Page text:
A gunman fired a spray of bullets at the headquarters of Greece’s governing center-right New Democracy party near central Athens early on Monday, with one hitting an office occasionally used by the prime minister, officials said. No one was hurt.
A government spokesman said the shooting was part of an effort to “terrorize” Greek society, which is struggling through its worst financial crisis in two generations amid a drastic fall in living standards and a record rise in unemployment.
Police cordoned off the area where unknown gunman shot at least nine automatic rifle rounds at the building on the capital’s busy Syngrou Avenue, south of the city center.
No group claimed responsibility for the pre-dawn attack, which follows a renewed wave of low-scale politically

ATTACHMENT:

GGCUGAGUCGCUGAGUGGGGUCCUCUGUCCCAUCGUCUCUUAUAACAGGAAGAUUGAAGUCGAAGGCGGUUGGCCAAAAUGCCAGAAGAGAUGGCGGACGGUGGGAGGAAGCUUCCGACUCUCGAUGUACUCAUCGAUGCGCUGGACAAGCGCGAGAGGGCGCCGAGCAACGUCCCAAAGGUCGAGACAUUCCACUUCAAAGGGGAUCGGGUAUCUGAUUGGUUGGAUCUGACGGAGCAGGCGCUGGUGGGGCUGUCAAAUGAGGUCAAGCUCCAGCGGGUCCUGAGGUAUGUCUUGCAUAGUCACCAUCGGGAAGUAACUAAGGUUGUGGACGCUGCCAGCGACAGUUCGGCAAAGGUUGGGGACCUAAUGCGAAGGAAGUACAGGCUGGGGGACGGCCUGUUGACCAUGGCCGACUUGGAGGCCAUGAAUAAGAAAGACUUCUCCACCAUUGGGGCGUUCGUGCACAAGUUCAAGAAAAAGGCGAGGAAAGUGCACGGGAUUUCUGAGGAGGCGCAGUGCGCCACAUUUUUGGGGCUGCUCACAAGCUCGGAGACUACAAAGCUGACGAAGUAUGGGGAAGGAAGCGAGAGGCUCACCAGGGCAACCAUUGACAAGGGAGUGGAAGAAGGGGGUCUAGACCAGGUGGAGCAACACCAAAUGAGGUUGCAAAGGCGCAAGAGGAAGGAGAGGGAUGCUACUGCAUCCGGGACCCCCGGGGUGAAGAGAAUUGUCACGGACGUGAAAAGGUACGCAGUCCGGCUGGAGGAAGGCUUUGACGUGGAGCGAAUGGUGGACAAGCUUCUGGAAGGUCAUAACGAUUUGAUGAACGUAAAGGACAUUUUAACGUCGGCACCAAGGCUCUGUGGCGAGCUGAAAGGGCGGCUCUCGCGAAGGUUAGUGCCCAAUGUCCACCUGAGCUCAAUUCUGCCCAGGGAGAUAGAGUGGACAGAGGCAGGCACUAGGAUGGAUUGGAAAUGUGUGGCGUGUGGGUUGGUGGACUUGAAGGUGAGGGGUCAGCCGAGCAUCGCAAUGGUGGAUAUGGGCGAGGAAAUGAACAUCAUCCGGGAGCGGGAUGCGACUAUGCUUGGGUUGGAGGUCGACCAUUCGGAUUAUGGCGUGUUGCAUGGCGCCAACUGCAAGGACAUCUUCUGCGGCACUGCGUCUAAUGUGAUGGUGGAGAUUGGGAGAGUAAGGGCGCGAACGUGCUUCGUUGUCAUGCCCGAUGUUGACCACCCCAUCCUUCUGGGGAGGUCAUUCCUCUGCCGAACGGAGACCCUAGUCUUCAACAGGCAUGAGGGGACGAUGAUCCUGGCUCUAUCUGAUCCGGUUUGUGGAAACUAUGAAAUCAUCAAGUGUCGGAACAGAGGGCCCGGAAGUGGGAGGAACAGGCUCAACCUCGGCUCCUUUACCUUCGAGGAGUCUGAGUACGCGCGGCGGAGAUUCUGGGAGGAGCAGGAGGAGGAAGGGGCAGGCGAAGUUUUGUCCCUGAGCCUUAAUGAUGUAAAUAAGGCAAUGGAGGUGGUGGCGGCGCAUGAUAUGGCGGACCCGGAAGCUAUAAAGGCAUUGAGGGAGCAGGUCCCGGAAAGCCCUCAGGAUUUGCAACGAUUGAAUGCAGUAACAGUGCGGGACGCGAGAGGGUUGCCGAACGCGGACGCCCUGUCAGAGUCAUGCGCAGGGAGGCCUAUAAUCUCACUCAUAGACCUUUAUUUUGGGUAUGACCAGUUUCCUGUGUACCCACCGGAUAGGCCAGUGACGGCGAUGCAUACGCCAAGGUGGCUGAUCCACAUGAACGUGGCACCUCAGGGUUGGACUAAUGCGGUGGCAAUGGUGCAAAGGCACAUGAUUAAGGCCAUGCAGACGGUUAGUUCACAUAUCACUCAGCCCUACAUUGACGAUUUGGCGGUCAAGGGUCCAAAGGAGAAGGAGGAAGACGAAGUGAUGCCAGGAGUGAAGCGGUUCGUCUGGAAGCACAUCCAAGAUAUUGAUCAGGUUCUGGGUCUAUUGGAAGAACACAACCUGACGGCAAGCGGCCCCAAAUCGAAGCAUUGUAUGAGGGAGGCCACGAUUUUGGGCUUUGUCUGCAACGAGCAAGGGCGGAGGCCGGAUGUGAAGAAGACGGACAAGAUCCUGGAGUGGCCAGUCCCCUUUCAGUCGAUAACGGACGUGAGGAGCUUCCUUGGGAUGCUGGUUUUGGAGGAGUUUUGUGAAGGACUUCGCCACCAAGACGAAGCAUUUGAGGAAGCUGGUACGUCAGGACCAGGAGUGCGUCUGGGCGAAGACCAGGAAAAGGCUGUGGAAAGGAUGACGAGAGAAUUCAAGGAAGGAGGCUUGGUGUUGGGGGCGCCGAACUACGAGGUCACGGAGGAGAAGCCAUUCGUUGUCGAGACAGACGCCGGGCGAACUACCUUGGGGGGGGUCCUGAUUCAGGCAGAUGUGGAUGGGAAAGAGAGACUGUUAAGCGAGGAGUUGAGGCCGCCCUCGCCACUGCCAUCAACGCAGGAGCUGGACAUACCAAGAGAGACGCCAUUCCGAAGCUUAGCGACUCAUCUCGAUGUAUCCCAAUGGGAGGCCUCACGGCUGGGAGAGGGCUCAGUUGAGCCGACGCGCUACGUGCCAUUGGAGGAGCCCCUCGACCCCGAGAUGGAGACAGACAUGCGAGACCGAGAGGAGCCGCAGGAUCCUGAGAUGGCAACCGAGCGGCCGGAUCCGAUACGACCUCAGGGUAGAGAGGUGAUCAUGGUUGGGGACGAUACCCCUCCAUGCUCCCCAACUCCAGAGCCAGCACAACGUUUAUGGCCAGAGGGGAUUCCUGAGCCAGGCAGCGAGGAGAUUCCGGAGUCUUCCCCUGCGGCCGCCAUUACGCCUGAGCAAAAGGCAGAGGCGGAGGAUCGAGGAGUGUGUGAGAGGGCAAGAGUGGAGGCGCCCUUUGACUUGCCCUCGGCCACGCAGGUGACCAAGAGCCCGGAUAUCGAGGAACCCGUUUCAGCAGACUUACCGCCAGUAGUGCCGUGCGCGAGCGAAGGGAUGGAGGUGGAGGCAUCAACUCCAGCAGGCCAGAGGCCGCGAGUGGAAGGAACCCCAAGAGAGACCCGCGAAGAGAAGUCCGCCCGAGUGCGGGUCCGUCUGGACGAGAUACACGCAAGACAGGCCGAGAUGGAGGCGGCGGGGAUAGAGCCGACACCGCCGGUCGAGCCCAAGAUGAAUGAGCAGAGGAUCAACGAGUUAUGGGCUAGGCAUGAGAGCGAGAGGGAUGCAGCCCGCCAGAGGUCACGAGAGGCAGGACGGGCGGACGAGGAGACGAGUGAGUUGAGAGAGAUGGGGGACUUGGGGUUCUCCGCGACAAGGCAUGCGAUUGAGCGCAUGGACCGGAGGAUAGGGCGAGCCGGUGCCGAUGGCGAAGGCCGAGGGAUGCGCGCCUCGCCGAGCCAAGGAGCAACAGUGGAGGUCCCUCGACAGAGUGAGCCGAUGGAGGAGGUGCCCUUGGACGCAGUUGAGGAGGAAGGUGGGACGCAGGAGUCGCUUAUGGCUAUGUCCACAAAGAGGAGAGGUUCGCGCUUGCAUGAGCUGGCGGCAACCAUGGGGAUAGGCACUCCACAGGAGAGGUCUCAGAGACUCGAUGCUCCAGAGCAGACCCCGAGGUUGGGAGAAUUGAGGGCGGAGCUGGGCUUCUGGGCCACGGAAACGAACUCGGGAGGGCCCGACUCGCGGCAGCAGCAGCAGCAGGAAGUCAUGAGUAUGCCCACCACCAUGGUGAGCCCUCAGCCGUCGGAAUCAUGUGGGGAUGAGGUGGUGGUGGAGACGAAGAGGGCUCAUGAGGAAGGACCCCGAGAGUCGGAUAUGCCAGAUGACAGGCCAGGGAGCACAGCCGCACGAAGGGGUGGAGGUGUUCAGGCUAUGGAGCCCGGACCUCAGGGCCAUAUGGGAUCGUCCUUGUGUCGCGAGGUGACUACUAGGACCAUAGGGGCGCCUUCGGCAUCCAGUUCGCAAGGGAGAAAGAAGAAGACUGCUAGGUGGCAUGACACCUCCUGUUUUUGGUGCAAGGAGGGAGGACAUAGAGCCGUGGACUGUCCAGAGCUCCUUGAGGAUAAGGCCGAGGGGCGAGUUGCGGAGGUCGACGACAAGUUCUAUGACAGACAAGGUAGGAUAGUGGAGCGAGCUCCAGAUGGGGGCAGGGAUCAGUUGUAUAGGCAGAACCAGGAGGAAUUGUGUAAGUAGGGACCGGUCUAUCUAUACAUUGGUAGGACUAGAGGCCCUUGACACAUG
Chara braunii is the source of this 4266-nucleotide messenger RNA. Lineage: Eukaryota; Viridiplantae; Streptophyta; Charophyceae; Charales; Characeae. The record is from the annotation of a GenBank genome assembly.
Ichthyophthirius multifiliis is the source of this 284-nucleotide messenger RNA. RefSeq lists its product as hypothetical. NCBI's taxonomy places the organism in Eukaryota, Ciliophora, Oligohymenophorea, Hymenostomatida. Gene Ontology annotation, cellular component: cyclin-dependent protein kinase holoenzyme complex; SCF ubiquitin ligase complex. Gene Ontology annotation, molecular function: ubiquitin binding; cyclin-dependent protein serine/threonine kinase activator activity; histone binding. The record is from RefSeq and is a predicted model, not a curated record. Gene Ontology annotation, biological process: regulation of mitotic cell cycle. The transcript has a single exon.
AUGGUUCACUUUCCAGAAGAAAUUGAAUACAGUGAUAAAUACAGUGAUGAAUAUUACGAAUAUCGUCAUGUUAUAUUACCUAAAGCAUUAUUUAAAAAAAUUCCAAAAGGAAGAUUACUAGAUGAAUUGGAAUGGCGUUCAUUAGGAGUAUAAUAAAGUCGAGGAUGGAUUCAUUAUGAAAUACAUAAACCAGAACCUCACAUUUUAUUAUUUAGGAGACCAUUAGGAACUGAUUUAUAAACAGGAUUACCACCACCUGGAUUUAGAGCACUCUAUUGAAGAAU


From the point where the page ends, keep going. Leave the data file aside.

motivated violence by small anarchist and far-left militants. The belt-tightening, amid widespread disgust with an incompetent and often corrupt political establishment blamed for the country’s woes, has boosted extremists both to the left and right of the political spectrum. A fringe ultra-right group accused of fostering violent attacks on dark-skinned immigrants is represented in Parliament and regularly polls as the country's third most popular party. All political parties condemned Monday’s attack.
“No act of terrorism is going to scare us,” said Makis Voridis, a spokesman for New Democracy. “Our efforts to restore law and order ... will continue unobstructed.”